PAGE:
Lee, who spent a summer studying literature at Oxford University in England, once said she wanted to be the Jane Austen of south Alabama. Many would contend she accomplished her goal. Like Austen she shows herself an astute observer of human nature, establishes timeless characters and captures small town life. Who can forget Aunt Alexandra, Mrs. Dubose or Calpurnia? Similar to Austen, Lee developed an ingenious story line and clever dialogue.

Lee’s novel deals with prejudice and discrimination in the 1930’s, but it was published in 1960 just as the American Civil Rights movement was taking hold and gaining momentum. Not much had changed in race relations in Alabama by that time. The issues in her book were not only pertinent but timely. In times of conflict and unsettledness, we often look for heroes to lead the way. Like her lead character Atticus, Lee was taking a stand for racial justice and civil rights.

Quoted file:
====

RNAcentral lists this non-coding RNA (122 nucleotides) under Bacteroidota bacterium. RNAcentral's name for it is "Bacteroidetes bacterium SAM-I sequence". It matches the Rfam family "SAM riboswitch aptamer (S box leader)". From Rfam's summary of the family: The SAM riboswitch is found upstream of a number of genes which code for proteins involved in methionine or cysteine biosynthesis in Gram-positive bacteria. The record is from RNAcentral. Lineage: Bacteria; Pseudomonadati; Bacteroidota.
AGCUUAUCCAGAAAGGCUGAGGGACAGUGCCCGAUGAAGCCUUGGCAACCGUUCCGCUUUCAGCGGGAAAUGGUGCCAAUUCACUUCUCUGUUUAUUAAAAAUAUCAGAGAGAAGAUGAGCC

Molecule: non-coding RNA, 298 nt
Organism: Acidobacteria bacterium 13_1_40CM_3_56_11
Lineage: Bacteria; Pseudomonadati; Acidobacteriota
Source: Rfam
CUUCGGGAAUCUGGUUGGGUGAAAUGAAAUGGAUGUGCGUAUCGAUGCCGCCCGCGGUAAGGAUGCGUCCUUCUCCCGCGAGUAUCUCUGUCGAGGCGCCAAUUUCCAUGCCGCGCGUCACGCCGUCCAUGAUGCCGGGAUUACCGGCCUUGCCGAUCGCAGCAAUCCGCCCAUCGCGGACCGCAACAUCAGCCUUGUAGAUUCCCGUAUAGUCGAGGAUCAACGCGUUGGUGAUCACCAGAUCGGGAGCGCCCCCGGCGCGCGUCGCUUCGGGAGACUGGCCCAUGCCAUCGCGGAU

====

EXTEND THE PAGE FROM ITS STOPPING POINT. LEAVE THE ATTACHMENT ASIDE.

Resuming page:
Monroeville is within driving distance of Montgomery and Birmingham, two cities which played historic roles in the civil rights struggle. It was in Montgomery, Alabama that Rosa Parks, a black seamstress, refused to give up her seat to a white passenger which sparked the Montgomery Bus Boycott. It was here that a 26 year old minister Martin Luther King, Jr. became the spokesperson for the nascent civil rights movement. Montgomery houses the Montgomery Civil Rights Memorial and Center, Dexter Avenue King Memorial Baptist Church, Dexter Parsonage Museum, and the Freedom Rides Museum. Birmingham, Alabama, whose infamous police chief Bull Conner provoked extremely violent racial encounters, is now home to the Civil Rights Museum. Here, the civil rights story is told vividly and helps to cultivate the context of the civil rights saga.